Driving Innovation in Customer-Supplier Relationships: Reflections on Research and Best Practices

Spend Matters would like to welcome a guest post from Vantage Partners.

Over the course of the past several years, business leaders have increasingly reported that driving joint innovation with suppliers is critical to achieving their long-term goals and, in many cases, essential for remaining competitive in their industries. Recent data suggests the trend continues -- with 62% of CEOs reporting that their business will look more to suppliers for product innovation in 2012.

Vantage Partners recently undertook a study (involving an even mix of approximately 500 buy-side and sell-side respondents) to understand their practices and experiences related to joint innovation. Not surprisingly, 75% of buy-side respondents reported that innovation with their suppliers should be a top priority during the next 3-5 years. However, most buy-side respondents also reported that their current efforts fall far short of what is needed.

  • Only 26% of buy-side respondents currently place a high priority on driving innovation with suppliers
  • 94% of buy-side respondents believe they have a significant amount or a great deal of untapped potential for innovation with their suppliers
  • 73% of buy-side respondents currently involve suppliers in fewer than 25% of their innovation efforts

Moreover, innovation leaders -- those companies that have translated a recognition of the importance of collaborative innovation with suppliers into concrete action and new ways of engaging with them -- are reaping tangible benefits. Of the buy-side respondents to our study, 43% have found that the return on investment (ROI) for joint innovation with suppliers is somewhat or much higher than the ROI from internal efforts (73% of sell-side respondents report the same). And, not surprisingly, those companies that involve suppliers in more of their innovation efforts realize even greater ROI than those who bring suppliers in only sporadically (see Figure 1).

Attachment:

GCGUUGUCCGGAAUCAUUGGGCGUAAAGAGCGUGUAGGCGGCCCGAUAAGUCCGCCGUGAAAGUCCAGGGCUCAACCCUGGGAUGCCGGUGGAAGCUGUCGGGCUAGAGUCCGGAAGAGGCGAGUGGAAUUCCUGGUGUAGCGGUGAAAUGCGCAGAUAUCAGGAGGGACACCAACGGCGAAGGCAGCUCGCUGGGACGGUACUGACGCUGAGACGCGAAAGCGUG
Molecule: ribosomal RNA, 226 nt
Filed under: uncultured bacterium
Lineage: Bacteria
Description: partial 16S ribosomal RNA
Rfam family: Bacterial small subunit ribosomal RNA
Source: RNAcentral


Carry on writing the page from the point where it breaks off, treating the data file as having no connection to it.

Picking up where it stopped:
Figure 1

So, if CEOs and sourcing and supply chain professionals report that working more closely with suppliers to drive innovation ought to be a top priority, and those companies that work closely with suppliers on their innovation efforts realize significantly higher ROI than those that rely primarily on their own internal assets and capabilities, why does so much potential remain untapped?

Figure 2 shows the major barriers to joint innovation with suppliers that emerged from our research.

Figure 2

- Jonathan Hughes, Partner, and Jessica Wadd, Senior Consultant, of Vantage Partners

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